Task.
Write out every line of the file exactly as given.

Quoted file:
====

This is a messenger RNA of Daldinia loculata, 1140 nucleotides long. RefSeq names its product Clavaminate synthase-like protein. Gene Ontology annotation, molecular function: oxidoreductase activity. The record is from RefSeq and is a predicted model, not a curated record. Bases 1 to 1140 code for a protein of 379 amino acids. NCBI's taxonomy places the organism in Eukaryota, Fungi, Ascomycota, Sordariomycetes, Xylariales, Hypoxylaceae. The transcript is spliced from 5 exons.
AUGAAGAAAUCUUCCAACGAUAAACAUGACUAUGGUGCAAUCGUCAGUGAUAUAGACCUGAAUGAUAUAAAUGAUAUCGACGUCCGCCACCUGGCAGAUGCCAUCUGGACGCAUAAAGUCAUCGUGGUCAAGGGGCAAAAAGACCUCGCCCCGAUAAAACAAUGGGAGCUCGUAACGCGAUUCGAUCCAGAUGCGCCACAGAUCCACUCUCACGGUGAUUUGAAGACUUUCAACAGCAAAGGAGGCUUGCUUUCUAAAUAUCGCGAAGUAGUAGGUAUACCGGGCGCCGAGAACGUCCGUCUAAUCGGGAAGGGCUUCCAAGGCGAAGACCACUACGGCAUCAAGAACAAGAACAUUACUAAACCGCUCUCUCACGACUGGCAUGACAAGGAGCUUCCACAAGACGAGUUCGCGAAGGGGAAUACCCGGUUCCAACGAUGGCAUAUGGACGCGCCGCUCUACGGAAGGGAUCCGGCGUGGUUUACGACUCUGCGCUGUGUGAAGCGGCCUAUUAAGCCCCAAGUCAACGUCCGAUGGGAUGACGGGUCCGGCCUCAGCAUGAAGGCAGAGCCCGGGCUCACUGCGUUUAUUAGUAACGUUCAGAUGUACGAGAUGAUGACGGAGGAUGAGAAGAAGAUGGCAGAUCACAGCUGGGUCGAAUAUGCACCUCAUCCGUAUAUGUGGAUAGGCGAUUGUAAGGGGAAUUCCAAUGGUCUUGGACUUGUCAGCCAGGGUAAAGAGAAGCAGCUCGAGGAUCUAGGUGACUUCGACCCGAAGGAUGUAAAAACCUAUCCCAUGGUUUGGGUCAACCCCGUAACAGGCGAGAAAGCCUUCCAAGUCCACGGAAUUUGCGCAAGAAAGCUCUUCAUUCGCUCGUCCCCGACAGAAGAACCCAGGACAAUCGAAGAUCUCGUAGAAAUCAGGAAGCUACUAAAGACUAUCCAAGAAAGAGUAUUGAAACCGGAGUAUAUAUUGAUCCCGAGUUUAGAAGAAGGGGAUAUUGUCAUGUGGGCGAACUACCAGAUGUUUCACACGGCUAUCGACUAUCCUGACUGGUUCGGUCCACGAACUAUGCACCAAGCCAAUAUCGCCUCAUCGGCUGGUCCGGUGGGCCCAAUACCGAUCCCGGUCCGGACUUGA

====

This is a messenger RNA of Daldinia loculata, 1140 nucleotides long. RefSeq names its product Clavaminate synthase-like protein. Gene Ontology annotation, molecular function: oxidoreductase activity. The record is from RefSeq and is a predicted model, not a curated record. Bases 1 to 1140 code for a protein of 379 amino acids. NCBI's taxonomy places the organism in Eukaryota, Fungi, Ascomycota, Sordariomycetes, Xylariales, Hypoxylaceae. The transcript is spliced from 5 exons.
AUGAAGAAAUCUUCCAACGAUAAACAUGACUAUGGUGCAAUCGUCAGUGAUAUAGACCUGAAUGAUAUAAAUGAUAUCGACGUCCGCCACCUGGCAGAUGCCAUCUGGACGCAUAAAGUCAUCGUGGUCAAGGGGCAAAAAGACCUCGCCCCGAUAAAACAAUGGGAGCUCGUAACGCGAUUCGAUCCAGAUGCGCCACAGAUCCACUCUCACGGUGAUUUGAAGACUUUCAACAGCAAAGGAGGCUUGCUUUCUAAAUAUCGCGAAGUAGUAGGUAUACCGGGCGCCGAGAACGUCCGUCUAAUCGGGAAGGGCUUCCAAGGCGAAGACCACUACGGCAUCAAGAACAAGAACAUUACUAAACCGCUCUCUCACGACUGGCAUGACAAGGAGCUUCCACAAGACGAGUUCGCGAAGGGGAAUACCCGGUUCCAACGAUGGCAUAUGGACGCGCCGCUCUACGGAAGGGAUCCGGCGUGGUUUACGACUCUGCGCUGUGUGAAGCGGCCUAUUAAGCCCCAAGUCAACGUCCGAUGGGAUGACGGGUCCGGCCUCAGCAUGAAGGCAGAGCCCGGGCUCACUGCGUUUAUUAGUAACGUUCAGAUGUACGAGAUGAUGACGGAGGAUGAGAAGAAGAUGGCAGAUCACAGCUGGGUCGAAUAUGCACCUCAUCCGUAUAUGUGGAUAGGCGAUUGUAAGGGGAAUUCCAAUGGUCUUGGACUUGUCAGCCAGGGUAAAGAGAAGCAGCUCGAGGAUCUAGGUGACUUCGACCCGAAGGAUGUAAAAACCUAUCCCAUGGUUUGGGUCAACCCCGUAACAGGCGAGAAAGCCUUCCAAGUCCACGGAAUUUGCGCAAGAAAGCUCUUCAUUCGCUCGUCCCCGACAGAAGAACCCAGGACAAUCGAAGAUCUCGUAGAAAUCAGGAAGCUACUAAAGACUAUCCAAGAAAGAGUAUUGAAACCGGAGUAUAUAUUGAUCCCGAGUUUAGAAGAAGGGGAUAUUGUCAUGUGGGCGAACUACCAGAUGUUUCACACGGCUAUCGACUAUCCUGACUGGUUCGGUCCACGAACUAUGCACCAAGCCAAUAUCGCCUCAUCGGCUGGUCCGGUGGGCCCAAUACCGAUCCCGGUCCGGACUUGA